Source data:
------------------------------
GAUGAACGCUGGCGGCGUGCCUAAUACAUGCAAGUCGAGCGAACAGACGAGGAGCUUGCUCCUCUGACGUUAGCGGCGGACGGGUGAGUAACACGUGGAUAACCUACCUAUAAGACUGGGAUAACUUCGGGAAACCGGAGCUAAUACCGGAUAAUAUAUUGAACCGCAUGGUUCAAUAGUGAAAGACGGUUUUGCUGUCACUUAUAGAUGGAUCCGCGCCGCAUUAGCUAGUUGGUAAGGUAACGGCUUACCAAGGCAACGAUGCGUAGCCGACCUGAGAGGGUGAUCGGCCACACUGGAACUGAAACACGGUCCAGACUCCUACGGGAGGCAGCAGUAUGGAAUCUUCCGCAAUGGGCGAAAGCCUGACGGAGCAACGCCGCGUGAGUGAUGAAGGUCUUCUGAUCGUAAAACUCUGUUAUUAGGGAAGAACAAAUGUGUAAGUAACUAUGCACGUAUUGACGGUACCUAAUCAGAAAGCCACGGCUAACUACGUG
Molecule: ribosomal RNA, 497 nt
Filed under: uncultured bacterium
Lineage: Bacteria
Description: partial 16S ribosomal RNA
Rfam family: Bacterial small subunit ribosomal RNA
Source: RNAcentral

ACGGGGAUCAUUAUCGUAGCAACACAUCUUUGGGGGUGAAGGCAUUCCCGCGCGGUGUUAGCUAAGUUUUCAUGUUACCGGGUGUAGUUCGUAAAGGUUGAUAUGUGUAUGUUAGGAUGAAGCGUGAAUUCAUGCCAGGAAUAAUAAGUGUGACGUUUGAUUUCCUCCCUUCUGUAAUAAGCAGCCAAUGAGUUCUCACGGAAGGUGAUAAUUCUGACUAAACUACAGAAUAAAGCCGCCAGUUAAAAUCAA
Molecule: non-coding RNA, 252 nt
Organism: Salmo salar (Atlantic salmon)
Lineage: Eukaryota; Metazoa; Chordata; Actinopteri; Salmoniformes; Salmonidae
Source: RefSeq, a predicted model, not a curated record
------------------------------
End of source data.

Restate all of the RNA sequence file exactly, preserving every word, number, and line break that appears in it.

GAUGAACGCUGGCGGCGUGCCUAAUACAUGCAAGUCGAGCGAACAGACGAGGAGCUUGCUCCUCUGACGUUAGCGGCGGACGGGUGAGUAACACGUGGAUAACCUACCUAUAAGACUGGGAUAACUUCGGGAAACCGGAGCUAAUACCGGAUAAUAUAUUGAACCGCAUGGUUCAAUAGUGAAAGACGGUUUUGCUGUCACUUAUAGAUGGAUCCGCGCCGCAUUAGCUAGUUGGUAAGGUAACGGCUUACCAAGGCAACGAUGCGUAGCCGACCUGAGAGGGUGAUCGGCCACACUGGAACUGAAACACGGUCCAGACUCCUACGGGAGGCAGCAGUAUGGAAUCUUCCGCAAUGGGCGAAAGCCUGACGGAGCAACGCCGCGUGAGUGAUGAAGGUCUUCUGAUCGUAAAACUCUGUUAUUAGGGAAGAACAAAUGUGUAAGUAACUAUGCACGUAUUGACGGUACCUAAUCAGAAAGCCACGGCUAACUACGUG
Molecule: ribosomal RNA, 497 nt
Filed under: uncultured bacterium
Lineage: Bacteria
Description: partial 16S ribosomal RNA
Rfam family: Bacterial small subunit ribosomal RNA
Source: RNAcentral

ACGGGGAUCAUUAUCGUAGCAACACAUCUUUGGGGGUGAAGGCAUUCCCGCGCGGUGUUAGCUAAGUUUUCAUGUUACCGGGUGUAGUUCGUAAAGGUUGAUAUGUGUAUGUUAGGAUGAAGCGUGAAUUCAUGCCAGGAAUAAUAAGUGUGACGUUUGAUUUCCUCCCUUCUGUAAUAAGCAGCCAAUGAGUUCUCACGGAAGGUGAUAAUUCUGACUAAACUACAGAAUAAAGCCGCCAGUUAAAAUCAA
Molecule: non-coding RNA, 252 nt
Organism: Salmo salar (Atlantic salmon)
Lineage: Eukaryota; Metazoa; Chordata; Actinopteri; Salmoniformes; Salmonidae
Source: RefSeq, a predicted model, not a curated record